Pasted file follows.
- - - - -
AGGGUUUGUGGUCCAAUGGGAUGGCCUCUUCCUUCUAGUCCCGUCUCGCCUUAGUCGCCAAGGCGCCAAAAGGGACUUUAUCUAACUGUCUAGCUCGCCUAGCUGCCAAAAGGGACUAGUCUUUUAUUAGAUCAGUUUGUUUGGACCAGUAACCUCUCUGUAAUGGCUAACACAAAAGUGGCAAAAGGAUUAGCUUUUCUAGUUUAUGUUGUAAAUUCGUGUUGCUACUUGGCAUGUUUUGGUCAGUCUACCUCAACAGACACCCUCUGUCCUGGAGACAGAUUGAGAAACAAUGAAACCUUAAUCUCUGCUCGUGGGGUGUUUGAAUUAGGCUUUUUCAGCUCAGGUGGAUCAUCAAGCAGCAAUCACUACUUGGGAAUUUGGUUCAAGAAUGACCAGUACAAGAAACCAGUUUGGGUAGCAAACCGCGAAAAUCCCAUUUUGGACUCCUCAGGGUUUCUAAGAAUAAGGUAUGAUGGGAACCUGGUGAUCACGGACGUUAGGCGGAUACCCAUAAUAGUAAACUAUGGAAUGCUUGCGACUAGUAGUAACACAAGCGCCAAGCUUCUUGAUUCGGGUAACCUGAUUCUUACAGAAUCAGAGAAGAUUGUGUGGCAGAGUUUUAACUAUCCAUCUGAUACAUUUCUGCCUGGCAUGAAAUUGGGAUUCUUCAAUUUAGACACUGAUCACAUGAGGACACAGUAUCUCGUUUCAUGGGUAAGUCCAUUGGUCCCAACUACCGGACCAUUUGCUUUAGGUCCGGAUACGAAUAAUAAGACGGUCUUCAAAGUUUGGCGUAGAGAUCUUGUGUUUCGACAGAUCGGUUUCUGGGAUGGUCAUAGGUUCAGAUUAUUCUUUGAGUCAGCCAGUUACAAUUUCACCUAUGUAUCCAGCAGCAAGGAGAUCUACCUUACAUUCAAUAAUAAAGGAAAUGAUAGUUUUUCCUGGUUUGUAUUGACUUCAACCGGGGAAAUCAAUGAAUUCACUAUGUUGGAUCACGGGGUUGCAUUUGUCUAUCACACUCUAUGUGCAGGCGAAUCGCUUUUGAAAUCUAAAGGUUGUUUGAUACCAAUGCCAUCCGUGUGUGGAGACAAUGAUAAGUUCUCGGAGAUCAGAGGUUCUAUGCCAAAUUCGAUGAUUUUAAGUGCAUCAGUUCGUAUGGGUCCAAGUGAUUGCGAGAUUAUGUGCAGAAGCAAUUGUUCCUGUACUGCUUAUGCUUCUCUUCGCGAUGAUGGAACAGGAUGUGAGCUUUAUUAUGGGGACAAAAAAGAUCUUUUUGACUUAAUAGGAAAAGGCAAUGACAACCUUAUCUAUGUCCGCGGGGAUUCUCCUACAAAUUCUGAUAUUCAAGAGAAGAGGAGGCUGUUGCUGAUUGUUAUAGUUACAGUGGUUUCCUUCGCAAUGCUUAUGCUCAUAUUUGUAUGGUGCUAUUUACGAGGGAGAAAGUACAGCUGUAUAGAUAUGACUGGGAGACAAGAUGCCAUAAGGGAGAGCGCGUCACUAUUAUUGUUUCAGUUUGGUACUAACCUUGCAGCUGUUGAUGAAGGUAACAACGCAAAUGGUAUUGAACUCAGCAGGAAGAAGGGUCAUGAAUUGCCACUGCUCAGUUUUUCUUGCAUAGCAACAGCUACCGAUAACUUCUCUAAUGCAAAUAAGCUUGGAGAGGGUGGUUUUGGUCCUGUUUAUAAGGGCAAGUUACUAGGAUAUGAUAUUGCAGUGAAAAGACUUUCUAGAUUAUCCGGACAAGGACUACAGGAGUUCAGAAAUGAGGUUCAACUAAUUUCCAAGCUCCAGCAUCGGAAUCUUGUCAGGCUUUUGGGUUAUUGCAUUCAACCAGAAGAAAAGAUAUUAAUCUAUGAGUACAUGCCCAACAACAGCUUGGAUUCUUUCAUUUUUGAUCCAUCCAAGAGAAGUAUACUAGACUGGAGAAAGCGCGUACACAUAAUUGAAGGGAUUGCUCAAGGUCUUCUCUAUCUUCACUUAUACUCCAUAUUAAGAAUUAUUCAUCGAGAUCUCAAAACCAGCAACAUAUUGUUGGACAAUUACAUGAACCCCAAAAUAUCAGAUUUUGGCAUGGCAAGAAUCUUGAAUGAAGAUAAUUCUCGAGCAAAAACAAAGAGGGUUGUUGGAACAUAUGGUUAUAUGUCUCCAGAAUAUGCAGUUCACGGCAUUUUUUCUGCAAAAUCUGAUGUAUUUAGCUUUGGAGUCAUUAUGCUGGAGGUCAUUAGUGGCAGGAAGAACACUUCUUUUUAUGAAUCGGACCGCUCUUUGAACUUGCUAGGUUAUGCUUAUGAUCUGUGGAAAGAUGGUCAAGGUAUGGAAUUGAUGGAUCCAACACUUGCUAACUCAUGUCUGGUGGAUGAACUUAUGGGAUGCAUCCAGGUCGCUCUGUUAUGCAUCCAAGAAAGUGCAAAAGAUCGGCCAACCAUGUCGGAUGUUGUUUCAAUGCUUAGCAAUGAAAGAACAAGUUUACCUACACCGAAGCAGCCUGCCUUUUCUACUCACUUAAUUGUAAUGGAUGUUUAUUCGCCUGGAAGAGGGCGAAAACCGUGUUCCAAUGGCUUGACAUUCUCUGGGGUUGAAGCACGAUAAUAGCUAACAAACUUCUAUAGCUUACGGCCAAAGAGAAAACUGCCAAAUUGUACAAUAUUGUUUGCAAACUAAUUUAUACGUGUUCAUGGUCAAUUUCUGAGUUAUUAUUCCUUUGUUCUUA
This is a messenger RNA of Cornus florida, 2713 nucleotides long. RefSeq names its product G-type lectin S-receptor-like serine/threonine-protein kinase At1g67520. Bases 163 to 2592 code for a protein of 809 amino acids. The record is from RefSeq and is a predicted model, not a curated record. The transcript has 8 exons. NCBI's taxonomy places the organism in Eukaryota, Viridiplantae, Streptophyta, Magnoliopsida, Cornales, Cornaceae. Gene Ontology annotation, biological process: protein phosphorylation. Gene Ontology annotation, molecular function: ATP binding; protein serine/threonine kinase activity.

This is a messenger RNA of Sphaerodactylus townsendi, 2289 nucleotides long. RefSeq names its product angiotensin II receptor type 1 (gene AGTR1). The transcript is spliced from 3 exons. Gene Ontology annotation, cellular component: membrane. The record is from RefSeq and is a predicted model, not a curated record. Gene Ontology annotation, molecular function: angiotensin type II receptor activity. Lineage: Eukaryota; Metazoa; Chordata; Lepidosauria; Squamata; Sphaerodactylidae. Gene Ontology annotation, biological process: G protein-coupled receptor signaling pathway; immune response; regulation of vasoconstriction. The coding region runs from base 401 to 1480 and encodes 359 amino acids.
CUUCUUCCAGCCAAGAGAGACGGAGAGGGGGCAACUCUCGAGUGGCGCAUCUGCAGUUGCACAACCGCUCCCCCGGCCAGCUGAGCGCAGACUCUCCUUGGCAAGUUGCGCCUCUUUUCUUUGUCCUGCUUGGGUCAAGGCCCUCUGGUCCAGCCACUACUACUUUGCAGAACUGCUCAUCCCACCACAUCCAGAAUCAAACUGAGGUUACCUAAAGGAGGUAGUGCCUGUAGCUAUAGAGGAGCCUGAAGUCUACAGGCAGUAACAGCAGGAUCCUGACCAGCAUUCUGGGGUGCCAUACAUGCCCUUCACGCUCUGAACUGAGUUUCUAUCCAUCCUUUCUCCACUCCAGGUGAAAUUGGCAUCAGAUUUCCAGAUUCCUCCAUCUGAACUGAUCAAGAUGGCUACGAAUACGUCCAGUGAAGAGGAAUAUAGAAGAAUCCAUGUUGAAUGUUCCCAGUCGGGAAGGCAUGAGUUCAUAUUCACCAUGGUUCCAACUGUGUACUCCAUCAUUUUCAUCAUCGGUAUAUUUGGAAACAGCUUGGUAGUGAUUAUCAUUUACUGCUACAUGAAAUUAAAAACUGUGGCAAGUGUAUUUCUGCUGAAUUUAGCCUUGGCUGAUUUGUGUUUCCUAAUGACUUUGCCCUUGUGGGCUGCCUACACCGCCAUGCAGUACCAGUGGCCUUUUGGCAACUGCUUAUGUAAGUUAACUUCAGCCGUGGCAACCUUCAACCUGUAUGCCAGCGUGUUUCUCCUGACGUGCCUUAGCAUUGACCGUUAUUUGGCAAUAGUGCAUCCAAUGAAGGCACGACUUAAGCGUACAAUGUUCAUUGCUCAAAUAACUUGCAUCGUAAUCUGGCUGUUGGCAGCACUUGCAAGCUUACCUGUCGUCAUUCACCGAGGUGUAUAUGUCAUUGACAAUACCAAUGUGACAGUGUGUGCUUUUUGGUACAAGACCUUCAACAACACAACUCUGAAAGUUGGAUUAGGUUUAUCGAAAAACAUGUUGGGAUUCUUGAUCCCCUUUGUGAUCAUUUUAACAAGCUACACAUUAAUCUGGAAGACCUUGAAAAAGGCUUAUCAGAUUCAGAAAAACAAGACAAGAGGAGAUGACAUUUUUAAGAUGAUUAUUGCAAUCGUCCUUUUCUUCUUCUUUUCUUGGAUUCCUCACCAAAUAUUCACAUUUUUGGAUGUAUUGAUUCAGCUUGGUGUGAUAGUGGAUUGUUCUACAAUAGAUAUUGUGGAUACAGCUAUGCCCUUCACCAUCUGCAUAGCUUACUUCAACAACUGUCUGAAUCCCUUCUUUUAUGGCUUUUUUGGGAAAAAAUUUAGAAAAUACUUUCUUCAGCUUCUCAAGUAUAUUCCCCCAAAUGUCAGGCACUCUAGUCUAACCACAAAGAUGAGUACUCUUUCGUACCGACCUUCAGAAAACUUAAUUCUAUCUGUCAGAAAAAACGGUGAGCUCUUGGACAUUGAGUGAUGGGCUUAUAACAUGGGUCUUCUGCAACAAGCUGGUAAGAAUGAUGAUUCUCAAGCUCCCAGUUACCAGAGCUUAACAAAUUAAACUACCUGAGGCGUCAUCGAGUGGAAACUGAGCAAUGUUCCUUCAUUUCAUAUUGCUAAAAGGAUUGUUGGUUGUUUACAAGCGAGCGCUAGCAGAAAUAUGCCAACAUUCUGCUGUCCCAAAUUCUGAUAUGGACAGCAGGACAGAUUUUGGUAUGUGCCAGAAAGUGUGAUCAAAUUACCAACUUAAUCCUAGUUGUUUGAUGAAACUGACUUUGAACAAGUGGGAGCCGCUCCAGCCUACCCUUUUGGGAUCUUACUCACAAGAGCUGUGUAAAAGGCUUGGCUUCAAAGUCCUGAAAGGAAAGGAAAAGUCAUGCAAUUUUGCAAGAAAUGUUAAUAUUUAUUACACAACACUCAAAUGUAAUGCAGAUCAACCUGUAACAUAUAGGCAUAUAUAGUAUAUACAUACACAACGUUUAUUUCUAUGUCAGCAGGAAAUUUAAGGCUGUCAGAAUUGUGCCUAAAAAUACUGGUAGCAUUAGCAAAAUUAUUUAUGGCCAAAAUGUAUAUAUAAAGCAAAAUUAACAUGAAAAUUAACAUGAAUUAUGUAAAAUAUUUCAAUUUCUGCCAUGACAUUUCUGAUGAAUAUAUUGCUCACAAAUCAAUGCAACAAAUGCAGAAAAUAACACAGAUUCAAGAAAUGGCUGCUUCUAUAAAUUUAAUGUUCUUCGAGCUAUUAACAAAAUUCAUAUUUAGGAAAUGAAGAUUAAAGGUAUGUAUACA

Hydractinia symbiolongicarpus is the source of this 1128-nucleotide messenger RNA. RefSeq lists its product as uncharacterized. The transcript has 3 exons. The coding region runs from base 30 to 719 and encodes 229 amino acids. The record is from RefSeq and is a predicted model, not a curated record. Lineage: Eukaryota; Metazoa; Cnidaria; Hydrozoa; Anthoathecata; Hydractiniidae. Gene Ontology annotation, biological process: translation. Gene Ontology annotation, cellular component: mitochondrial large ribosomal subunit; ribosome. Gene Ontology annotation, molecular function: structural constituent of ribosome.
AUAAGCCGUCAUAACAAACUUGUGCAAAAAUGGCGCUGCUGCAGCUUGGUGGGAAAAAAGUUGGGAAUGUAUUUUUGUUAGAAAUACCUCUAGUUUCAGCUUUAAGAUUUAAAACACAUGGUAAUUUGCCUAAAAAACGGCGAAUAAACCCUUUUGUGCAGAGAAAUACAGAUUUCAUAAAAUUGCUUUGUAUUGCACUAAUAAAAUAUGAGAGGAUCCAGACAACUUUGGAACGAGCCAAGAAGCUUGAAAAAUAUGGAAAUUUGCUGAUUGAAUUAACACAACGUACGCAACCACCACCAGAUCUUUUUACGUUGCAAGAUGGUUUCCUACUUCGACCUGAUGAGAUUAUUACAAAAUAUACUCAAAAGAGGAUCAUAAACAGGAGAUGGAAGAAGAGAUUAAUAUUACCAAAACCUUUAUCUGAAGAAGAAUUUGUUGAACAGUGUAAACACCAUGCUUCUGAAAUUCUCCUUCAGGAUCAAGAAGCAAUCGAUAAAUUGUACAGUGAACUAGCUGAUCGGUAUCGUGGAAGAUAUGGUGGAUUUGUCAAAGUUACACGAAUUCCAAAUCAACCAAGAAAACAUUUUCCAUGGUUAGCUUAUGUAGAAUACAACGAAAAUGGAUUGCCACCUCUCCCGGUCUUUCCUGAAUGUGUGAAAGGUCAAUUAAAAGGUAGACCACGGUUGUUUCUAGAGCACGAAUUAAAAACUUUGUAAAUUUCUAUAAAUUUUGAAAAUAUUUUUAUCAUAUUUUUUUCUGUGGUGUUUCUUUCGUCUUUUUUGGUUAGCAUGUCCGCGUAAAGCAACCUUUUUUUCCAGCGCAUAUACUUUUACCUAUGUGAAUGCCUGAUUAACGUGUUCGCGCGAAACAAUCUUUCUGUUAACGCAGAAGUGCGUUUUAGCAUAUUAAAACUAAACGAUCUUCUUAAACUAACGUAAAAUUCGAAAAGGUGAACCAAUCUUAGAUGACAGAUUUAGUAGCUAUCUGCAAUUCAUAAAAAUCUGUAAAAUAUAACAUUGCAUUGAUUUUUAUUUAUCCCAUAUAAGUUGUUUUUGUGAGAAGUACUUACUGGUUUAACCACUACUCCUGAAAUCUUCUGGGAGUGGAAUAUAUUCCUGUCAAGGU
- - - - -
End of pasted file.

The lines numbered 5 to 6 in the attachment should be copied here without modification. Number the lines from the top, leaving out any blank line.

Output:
Hydractinia symbiolongicarpus is the source of this 1128-nucleotide messenger RNA. RefSeq lists its product as uncharacterized. The transcript has 3 exons. The coding region runs from base 30 to 719 and encodes 229 amino acids. The record is from RefSeq and is a predicted model, not a curated record. Lineage: Eukaryota; Metazoa; Cnidaria; Hydrozoa; Anthoathecata; Hydractiniidae. Gene Ontology annotation, biological process: translation. Gene Ontology annotation, cellular component: mitochondrial large ribosomal subunit; ribosome. Gene Ontology annotation, molecular function: structural constituent of ribosome.
AUAAGCCGUCAUAACAAACUUGUGCAAAAAUGGCGCUGCUGCAGCUUGGUGGGAAAAAAGUUGGGAAUGUAUUUUUGUUAGAAAUACCUCUAGUUUCAGCUUUAAGAUUUAAAACACAUGGUAAUUUGCCUAAAAAACGGCGAAUAAACCCUUUUGUGCAGAGAAAUACAGAUUUCAUAAAAUUGCUUUGUAUUGCACUAAUAAAAUAUGAGAGGAUCCAGACAACUUUGGAACGAGCCAAGAAGCUUGAAAAAUAUGGAAAUUUGCUGAUUGAAUUAACACAACGUACGCAACCACCACCAGAUCUUUUUACGUUGCAAGAUGGUUUCCUACUUCGACCUGAUGAGAUUAUUACAAAAUAUACUCAAAAGAGGAUCAUAAACAGGAGAUGGAAGAAGAGAUUAAUAUUACCAAAACCUUUAUCUGAAGAAGAAUUUGUUGAACAGUGUAAACACCAUGCUUCUGAAAUUCUCCUUCAGGAUCAAGAAGCAAUCGAUAAAUUGUACAGUGAACUAGCUGAUCGGUAUCGUGGAAGAUAUGGUGGAUUUGUCAAAGUUACACGAAUUCCAAAUCAACCAAGAAAACAUUUUCCAUGGUUAGCUUAUGUAGAAUACAACGAAAAUGGAUUGCCACCUCUCCCGGUCUUUCCUGAAUGUGUGAAAGGUCAAUUAAAAGGUAGACCACGGUUGUUUCUAGAGCACGAAUUAAAAACUUUGUAAAUUUCUAUAAAUUUUGAAAAUAUUUUUAUCAUAUUUUUUUCUGUGGUGUUUCUUUCGUCUUUUUUGGUUAGCAUGUCCGCGUAAAGCAACCUUUUUUUCCAGCGCAUAUACUUUUACCUAUGUGAAUGCCUGAUUAACGUGUUCGCGCGAAACAAUCUUUCUGUUAACGCAGAAGUGCGUUUUAGCAUAUUAAAACUAAACGAUCUUCUUAAACUAACGUAAAAUUCGAAAAGGUGAACCAAUCUUAGAUGACAGAUUUAGUAGCUAUCUGCAAUUCAUAAAAAUCUGUAAAAUAUAACAUUGCAUUGAUUUUUAUUUAUCCCAUAUAAGUUGUUUUUGUGAGAAGUACUUACUGGUUUAACCACUACUCCUGAAAUCUUCUGGGAGUGGAAUAUAUUCCUGUCAAGGU